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I am using Microsoft Access 2010 with unbound forms. No linked tables allowed, otherwise the connections string is stored in the table definitions. So it follows that we will use a query definition with no name to access SQL SERVER. This is recommended by Microsoft. We need to get the connection string from somewhere though. So it is recommended to return it from a method with a obfuscated name. It is recommended not to embed the connection string in plain text in the application source. So we use encryption.

A good way of doing this is to require the applications administrator to define the connection string at the first run of the application and according to this msdn article

...encrypt its value via DPAPI with a user-specific key of the account under which the application runs, and save the encrypted value in the Windows registry.

The accde launches from the logged on windows user account, after which the apps admin can login and setup the connection to the database, following the recommendations above.

The weakest link i now seem to have is the windows user account. It seems that anyone logged in to that account could decrypt the connectionstring if they knew the implementation of the security scheme. Which means that the system still is not secure enough.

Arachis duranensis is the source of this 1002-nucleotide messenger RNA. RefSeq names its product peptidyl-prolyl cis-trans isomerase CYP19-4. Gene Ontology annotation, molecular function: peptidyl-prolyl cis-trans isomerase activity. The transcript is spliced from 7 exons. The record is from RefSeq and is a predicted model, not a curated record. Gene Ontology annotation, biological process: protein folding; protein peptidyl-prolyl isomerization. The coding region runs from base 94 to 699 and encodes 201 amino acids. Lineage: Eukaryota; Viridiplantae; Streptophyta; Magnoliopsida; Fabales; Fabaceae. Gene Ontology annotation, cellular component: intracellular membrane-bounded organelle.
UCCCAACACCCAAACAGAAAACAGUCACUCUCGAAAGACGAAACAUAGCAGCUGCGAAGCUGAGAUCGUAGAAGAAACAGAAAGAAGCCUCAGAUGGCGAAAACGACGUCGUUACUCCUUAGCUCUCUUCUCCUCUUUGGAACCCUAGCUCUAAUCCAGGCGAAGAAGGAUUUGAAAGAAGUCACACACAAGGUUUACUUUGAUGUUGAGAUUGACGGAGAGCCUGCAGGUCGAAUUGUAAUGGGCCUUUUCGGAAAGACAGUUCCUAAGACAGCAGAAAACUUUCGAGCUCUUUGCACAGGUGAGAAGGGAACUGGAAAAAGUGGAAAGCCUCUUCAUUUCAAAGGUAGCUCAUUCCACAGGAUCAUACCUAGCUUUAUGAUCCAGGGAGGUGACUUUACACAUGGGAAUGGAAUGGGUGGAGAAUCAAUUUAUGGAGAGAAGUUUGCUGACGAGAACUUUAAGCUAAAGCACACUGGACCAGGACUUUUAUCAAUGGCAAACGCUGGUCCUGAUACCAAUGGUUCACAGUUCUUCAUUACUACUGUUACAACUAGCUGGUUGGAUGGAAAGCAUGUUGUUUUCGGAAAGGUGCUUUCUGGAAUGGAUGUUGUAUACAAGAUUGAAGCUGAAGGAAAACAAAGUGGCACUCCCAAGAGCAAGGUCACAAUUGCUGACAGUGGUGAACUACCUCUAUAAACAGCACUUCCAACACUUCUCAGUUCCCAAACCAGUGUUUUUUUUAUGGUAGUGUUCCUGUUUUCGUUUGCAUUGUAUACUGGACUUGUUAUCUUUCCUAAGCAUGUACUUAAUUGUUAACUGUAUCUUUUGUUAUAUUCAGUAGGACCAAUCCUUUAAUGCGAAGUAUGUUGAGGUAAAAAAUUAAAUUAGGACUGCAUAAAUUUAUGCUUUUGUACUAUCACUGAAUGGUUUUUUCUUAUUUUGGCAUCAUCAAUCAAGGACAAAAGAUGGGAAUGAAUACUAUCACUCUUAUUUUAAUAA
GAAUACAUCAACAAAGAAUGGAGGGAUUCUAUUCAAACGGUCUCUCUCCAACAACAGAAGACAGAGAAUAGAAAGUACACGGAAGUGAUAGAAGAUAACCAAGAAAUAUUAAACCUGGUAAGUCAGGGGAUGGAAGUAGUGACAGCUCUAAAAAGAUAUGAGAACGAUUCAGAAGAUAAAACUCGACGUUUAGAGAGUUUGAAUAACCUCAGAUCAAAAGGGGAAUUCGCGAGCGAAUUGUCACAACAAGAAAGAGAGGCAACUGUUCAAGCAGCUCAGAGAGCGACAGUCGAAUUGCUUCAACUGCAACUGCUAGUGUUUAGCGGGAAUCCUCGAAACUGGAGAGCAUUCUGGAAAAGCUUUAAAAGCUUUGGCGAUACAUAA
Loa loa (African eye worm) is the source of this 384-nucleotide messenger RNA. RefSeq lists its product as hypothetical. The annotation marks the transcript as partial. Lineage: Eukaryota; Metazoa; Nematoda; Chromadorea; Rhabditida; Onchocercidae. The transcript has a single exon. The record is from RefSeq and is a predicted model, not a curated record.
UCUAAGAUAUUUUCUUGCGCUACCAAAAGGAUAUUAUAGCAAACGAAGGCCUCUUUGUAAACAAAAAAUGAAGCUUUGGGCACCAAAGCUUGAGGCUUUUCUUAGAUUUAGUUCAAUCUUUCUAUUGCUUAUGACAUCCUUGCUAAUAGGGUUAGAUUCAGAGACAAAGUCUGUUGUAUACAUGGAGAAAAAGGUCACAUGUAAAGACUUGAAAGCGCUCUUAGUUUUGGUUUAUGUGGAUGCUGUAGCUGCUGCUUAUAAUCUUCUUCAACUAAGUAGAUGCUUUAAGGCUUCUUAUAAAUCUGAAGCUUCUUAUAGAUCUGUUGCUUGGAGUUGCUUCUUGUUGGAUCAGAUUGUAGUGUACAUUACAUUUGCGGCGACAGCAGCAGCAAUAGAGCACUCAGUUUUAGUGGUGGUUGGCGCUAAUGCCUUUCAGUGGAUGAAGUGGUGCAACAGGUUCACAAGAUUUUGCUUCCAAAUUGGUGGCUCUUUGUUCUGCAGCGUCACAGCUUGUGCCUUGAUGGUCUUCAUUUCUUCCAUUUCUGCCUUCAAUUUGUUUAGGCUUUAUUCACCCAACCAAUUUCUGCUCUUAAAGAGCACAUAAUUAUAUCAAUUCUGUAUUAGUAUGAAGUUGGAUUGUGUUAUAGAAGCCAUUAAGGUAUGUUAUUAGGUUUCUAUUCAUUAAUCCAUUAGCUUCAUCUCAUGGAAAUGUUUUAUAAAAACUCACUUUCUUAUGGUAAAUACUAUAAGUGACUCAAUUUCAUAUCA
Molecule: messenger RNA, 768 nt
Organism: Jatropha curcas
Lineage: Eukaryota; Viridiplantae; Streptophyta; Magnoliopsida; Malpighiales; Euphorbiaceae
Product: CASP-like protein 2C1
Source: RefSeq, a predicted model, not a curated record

I could create a new windows user, but that would mean that the password for that user must be kept safe, which means we are back at square 1, securing the password that is used to access some secret information.

There must be an easier way, any ideas?

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You know, if you would just use Windows security instead of SQL Server security, the whole problem would vanish, as in that case you don't need to store credentials in the linked tables. It's actually possible to run SQL Server in mixed mode, i.e., with both types of security supported, but I've never done it (I've only used Windows security). I imagine it would make the security and role management on the SQL Server substantially more complicated. –  David-W-Fenton Apr 18 '11 at 5:17

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Is there a reason you need to persist the connection string from session to session? Could you instead build a log-in form in your application where you accept the user's credentials, server instance and database name that they will be connecting to and keep this information in memory while the application is running?

This might provide more flexibility in that the administrator could decide to move the database to a new server and wouldn't have to worry about decrypting the connection string to change it and re-encrypt it. It would also allow for multiple databases to be defined - I'm thinking of a situation where you would have a QA server defined for testing changes before rolling out to the production server.

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Well if the user had to enter credentials, they would know where the server is and how to log onto it without using the app. The app should be the only way to access the information. –  cmaduro Apr 15 '11 at 14:26
I agree, but security through obfuscurity tends not to work either. If you are worried that users will modify data through some other mechanism than your application put it in the Terms of Service that this isn't allowed or supported. –  Tim Lentine Apr 19 '11 at 15:57

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